Here’s how your recreational drug habit is going to put you in the emergency room – Metro US

Here’s how your recreational drug habit is going to put you in the emergency room

Recreational Drugs

In the words of Mr. Mackey on “South Park,” “Drugs are bad, mmmkay,” but when it comes to some of the most popular recreational drugs, it turns out some are worse than others.

Whether or not there’s a safe way to use drugs is up for debate, but the 2017 Global Drug Survey can tell you which drugs are most likely to land you in the emergency room.

It probably won’t surprise most recreational drug users to learn that the drug most likely to send users to the hospital is methamphetamine — 4.8 percent of methamphetamine users sought emergency medical treatment, according to the survey.

What might surprise some is what the Global Drug Survey found to be the safest drug: psilocybin — or what you and your friends probably call “magic mushrooms.”

Dr. Sarah M. Bagley, director of the CATALYST Clinic at Boston Medical Center, which treats teens and young adults struggling with addiction, said it’s hard to say what makes some drugs safer for recreational use.

“I think that this can be complicated,” Bagley said. “The side-effect profile is certainly part of it — people will commonly present to the emergency department after they use drugs that may have more significant side effects.”

After methamphetamine, synthetic cannabis was the most dangerous drug, followed by alcohol, MDMA, amphetamine, cocaine, LSD, cannabis and psilocybin.

If you want to stay out of the emergency room, magic mushrooms are your safest bet, the survey found.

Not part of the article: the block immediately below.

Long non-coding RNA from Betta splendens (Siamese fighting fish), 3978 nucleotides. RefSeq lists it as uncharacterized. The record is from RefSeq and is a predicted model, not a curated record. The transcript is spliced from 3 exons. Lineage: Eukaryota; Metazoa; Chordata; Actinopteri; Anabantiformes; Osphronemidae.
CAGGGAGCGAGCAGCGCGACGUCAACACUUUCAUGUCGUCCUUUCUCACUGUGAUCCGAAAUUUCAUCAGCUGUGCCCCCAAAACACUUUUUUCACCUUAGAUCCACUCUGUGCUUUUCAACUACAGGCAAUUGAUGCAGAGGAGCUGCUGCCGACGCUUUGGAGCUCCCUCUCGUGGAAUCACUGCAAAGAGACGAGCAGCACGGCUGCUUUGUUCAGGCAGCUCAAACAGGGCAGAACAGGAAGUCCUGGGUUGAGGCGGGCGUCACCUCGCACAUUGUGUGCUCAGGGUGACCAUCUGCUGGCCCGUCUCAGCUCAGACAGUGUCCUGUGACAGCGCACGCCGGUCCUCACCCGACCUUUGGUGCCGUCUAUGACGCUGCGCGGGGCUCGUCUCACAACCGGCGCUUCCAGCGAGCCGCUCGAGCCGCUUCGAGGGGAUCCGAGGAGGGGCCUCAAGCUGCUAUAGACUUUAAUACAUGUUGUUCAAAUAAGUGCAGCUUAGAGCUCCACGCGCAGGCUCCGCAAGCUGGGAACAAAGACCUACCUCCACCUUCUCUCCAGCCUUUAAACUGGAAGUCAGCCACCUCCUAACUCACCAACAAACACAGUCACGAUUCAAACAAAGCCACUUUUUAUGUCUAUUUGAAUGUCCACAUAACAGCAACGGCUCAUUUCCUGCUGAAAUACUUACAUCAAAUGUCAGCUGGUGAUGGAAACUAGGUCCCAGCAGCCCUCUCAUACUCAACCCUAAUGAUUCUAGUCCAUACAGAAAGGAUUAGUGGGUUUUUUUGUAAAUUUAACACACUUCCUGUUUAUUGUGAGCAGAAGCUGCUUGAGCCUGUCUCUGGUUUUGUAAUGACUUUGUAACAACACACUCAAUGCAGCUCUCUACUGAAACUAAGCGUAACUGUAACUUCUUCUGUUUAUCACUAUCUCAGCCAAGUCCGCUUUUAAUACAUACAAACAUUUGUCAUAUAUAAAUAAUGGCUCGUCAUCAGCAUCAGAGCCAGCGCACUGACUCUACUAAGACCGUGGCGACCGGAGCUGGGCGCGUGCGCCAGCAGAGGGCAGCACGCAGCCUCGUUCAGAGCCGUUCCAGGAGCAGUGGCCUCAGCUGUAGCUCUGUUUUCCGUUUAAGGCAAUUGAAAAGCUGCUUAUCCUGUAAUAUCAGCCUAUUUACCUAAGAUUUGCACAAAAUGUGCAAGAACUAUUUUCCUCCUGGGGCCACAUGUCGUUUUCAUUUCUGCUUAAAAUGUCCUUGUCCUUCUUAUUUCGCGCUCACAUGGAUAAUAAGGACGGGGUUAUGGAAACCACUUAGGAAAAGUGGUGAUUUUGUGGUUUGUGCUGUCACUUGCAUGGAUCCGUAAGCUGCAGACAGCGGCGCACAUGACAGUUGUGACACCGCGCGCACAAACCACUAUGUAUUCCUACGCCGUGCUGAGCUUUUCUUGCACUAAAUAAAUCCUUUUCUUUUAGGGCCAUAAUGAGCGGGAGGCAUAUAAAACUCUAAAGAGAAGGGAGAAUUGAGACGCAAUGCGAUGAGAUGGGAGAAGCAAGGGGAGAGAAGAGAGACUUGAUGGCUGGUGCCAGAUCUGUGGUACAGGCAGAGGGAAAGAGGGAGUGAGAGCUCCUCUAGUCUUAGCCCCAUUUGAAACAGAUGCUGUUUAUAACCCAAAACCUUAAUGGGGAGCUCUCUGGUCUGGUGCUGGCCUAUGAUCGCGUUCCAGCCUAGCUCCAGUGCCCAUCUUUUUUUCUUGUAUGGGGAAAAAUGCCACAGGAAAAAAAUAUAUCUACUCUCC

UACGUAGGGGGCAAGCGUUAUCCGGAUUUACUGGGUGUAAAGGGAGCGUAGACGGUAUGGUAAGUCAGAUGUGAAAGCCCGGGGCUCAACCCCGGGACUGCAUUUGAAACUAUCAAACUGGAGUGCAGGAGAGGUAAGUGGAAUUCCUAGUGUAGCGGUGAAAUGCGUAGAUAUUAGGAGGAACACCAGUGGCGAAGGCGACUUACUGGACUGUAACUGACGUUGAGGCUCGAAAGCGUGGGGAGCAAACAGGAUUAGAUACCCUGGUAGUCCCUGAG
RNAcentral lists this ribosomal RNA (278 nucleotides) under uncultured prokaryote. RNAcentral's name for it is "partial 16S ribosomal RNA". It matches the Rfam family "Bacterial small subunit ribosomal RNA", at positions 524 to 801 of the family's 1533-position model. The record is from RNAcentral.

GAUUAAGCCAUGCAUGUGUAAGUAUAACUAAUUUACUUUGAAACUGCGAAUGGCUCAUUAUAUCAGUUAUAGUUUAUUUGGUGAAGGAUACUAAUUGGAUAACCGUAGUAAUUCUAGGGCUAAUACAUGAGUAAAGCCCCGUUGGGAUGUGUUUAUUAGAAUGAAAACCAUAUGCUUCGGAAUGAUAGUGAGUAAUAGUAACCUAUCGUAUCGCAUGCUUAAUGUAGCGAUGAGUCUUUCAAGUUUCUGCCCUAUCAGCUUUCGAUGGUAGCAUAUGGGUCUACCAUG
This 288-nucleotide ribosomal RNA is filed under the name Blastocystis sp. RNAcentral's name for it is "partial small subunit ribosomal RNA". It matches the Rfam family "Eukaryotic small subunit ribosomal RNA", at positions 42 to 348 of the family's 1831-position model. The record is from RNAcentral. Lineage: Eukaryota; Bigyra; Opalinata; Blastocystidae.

Just .2 percent of respondents had their mushroom trips end badly enough to land them in the ER, and even if your trip wasn’t all sunshine and rainbows, some studies suggest the lasting impacts of even the most terrifying trips can be positive.

A 2016 survey by Johns Hopkins Medicine researchers Roland Griffiths and Robert Jesse evaluated 2,000 people for the most psychologically difficult or challenging experience taking magic mushrooms. Their research found 2.7 percent received medical help and 7.6 percent sought treatment for enduring psychological symptoms. Still, 84 percent of respondents said they benefitted overall from the experience.

“In a way, it’s not really so surprising,” Griffiths said in a Q&A about the paper. “When we look back on challenging life events we wouldn’t choose, like a bout with a major disease, a harrowing experience while rock climbing, or a painful divorce, sometimes we feel later that the difficult experience made us notably stronger or wiser. We might even come to value what happened.”

Dr. Bagley said it’s important for recreational drug users to understand that there is always a risk when using drugs.

Right now, one of the biggest challenges facing both addicts and recreational users is actually knowing what substance is going in their body.

“Right now, we are in the midst of seeing more people have fatal overdoses and the drug supply being contaminated, meaning that sometimes people may be intending to use one drug and in fact are getting something else,” she said. “To me, it’s then really important that patients understand the risks and have the necessary knowledge to minimize those risks.”